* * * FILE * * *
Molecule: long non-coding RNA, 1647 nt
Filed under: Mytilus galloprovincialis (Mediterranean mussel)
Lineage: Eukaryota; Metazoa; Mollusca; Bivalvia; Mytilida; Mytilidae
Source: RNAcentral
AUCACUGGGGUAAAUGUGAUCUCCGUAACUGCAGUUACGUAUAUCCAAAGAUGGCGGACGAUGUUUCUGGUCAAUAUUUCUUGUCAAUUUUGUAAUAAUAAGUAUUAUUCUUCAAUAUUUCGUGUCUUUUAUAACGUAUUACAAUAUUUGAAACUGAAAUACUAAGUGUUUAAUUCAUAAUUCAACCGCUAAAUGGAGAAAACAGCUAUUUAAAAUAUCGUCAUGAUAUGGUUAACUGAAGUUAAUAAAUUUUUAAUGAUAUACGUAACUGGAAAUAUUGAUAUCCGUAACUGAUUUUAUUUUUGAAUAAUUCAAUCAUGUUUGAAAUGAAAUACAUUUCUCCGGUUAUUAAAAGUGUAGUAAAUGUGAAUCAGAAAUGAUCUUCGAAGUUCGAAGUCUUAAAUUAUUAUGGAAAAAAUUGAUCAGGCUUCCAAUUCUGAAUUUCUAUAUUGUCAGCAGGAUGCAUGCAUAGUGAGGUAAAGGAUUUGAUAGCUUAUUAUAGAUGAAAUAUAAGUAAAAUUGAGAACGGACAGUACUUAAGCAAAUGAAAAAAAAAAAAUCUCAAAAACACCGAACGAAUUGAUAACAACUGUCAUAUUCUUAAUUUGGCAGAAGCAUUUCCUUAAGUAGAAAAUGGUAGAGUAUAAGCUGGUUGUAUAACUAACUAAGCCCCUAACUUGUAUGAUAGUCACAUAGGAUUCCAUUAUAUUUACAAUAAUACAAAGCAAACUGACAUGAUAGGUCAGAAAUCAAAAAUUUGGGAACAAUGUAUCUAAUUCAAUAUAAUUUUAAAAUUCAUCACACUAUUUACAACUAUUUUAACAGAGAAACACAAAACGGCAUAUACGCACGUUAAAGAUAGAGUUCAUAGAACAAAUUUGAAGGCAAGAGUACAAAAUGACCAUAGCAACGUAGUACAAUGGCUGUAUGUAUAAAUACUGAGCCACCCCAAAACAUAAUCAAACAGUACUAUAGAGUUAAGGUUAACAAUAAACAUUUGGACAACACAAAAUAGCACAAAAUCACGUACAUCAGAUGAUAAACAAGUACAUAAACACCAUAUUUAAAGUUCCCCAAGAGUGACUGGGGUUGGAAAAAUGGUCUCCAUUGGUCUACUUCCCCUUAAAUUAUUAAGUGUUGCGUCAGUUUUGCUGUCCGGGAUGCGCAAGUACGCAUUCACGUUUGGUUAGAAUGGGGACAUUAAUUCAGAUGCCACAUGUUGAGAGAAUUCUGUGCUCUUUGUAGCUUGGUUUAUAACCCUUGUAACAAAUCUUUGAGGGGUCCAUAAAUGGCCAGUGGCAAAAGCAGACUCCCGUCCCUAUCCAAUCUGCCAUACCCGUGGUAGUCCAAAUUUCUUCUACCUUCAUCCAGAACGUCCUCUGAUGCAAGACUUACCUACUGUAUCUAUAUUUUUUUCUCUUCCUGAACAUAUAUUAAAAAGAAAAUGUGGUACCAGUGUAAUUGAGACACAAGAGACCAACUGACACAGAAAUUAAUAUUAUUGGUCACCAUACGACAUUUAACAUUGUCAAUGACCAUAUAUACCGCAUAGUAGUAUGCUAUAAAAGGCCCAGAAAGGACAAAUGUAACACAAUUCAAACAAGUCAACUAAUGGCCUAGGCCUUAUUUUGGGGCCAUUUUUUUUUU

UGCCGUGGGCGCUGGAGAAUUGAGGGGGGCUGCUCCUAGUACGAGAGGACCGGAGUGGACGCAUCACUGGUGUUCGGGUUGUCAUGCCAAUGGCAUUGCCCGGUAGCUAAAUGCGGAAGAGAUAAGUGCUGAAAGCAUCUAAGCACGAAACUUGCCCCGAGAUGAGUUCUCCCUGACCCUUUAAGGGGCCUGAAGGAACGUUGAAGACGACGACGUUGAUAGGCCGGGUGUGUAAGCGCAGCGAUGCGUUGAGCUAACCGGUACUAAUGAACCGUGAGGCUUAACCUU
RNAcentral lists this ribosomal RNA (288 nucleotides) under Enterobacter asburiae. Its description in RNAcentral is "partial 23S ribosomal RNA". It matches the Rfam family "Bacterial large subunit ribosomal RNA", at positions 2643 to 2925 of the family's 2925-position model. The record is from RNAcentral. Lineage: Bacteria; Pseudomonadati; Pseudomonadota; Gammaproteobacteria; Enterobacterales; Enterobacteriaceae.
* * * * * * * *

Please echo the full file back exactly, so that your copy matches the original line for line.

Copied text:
Molecule: long non-coding RNA, 1647 nt
Filed under: Mytilus galloprovincialis (Mediterranean mussel)
Lineage: Eukaryota; Metazoa; Mollusca; Bivalvia; Mytilida; Mytilidae
Source: RNAcentral
AUCACUGGGGUAAAUGUGAUCUCCGUAACUGCAGUUACGUAUAUCCAAAGAUGGCGGACGAUGUUUCUGGUCAAUAUUUCUUGUCAAUUUUGUAAUAAUAAGUAUUAUUCUUCAAUAUUUCGUGUCUUUUAUAACGUAUUACAAUAUUUGAAACUGAAAUACUAAGUGUUUAAUUCAUAAUUCAACCGCUAAAUGGAGAAAACAGCUAUUUAAAAUAUCGUCAUGAUAUGGUUAACUGAAGUUAAUAAAUUUUUAAUGAUAUACGUAACUGGAAAUAUUGAUAUCCGUAACUGAUUUUAUUUUUGAAUAAUUCAAUCAUGUUUGAAAUGAAAUACAUUUCUCCGGUUAUUAAAAGUGUAGUAAAUGUGAAUCAGAAAUGAUCUUCGAAGUUCGAAGUCUUAAAUUAUUAUGGAAAAAAUUGAUCAGGCUUCCAAUUCUGAAUUUCUAUAUUGUCAGCAGGAUGCAUGCAUAGUGAGGUAAAGGAUUUGAUAGCUUAUUAUAGAUGAAAUAUAAGUAAAAUUGAGAACGGACAGUACUUAAGCAAAUGAAAAAAAAAAAAUCUCAAAAACACCGAACGAAUUGAUAACAACUGUCAUAUUCUUAAUUUGGCAGAAGCAUUUCCUUAAGUAGAAAAUGGUAGAGUAUAAGCUGGUUGUAUAACUAACUAAGCCCCUAACUUGUAUGAUAGUCACAUAGGAUUCCAUUAUAUUUACAAUAAUACAAAGCAAACUGACAUGAUAGGUCAGAAAUCAAAAAUUUGGGAACAAUGUAUCUAAUUCAAUAUAAUUUUAAAAUUCAUCACACUAUUUACAACUAUUUUAACAGAGAAACACAAAACGGCAUAUACGCACGUUAAAGAUAGAGUUCAUAGAACAAAUUUGAAGGCAAGAGUACAAAAUGACCAUAGCAACGUAGUACAAUGGCUGUAUGUAUAAAUACUGAGCCACCCCAAAACAUAAUCAAACAGUACUAUAGAGUUAAGGUUAACAAUAAACAUUUGGACAACACAAAAUAGCACAAAAUCACGUACAUCAGAUGAUAAACAAGUACAUAAACACCAUAUUUAAAGUUCCCCAAGAGUGACUGGGGUUGGAAAAAUGGUCUCCAUUGGUCUACUUCCCCUUAAAUUAUUAAGUGUUGCGUCAGUUUUGCUGUCCGGGAUGCGCAAGUACGCAUUCACGUUUGGUUAGAAUGGGGACAUUAAUUCAGAUGCCACAUGUUGAGAGAAUUCUGUGCUCUUUGUAGCUUGGUUUAUAACCCUUGUAACAAAUCUUUGAGGGGUCCAUAAAUGGCCAGUGGCAAAAGCAGACUCCCGUCCCUAUCCAAUCUGCCAUACCCGUGGUAGUCCAAAUUUCUUCUACCUUCAUCCAGAACGUCCUCUGAUGCAAGACUUACCUACUGUAUCUAUAUUUUUUUCUCUUCCUGAACAUAUAUUAAAAAGAAAAUGUGGUACCAGUGUAAUUGAGACACAAGAGACCAACUGACACAGAAAUUAAUAUUAUUGGUCACCAUACGACAUUUAACAUUGUCAAUGACCAUAUAUACCGCAUAGUAGUAUGCUAUAAAAGGCCCAGAAAGGACAAAUGUAACACAAUUCAAACAAGUCAACUAAUGGCCUAGGCCUUAUUUUGGGGCCAUUUUUUUUUU

UGCCGUGGGCGCUGGAGAAUUGAGGGGGGCUGCUCCUAGUACGAGAGGACCGGAGUGGACGCAUCACUGGUGUUCGGGUUGUCAUGCCAAUGGCAUUGCCCGGUAGCUAAAUGCGGAAGAGAUAAGUGCUGAAAGCAUCUAAGCACGAAACUUGCCCCGAGAUGAGUUCUCCCUGACCCUUUAAGGGGCCUGAAGGAACGUUGAAGACGACGACGUUGAUAGGCCGGGUGUGUAAGCGCAGCGAUGCGUUGAGCUAACCGGUACUAAUGAACCGUGAGGCUUAACCUU
RNAcentral lists this ribosomal RNA (288 nucleotides) under Enterobacter asburiae. Its description in RNAcentral is "partial 23S ribosomal RNA". It matches the Rfam family "Bacterial large subunit ribosomal RNA", at positions 2643 to 2925 of the family's 2925-position model. The record is from RNAcentral. Lineage: Bacteria; Pseudomonadati; Pseudomonadota; Gammaproteobacteria; Enterobacterales; Enterobacteriaceae.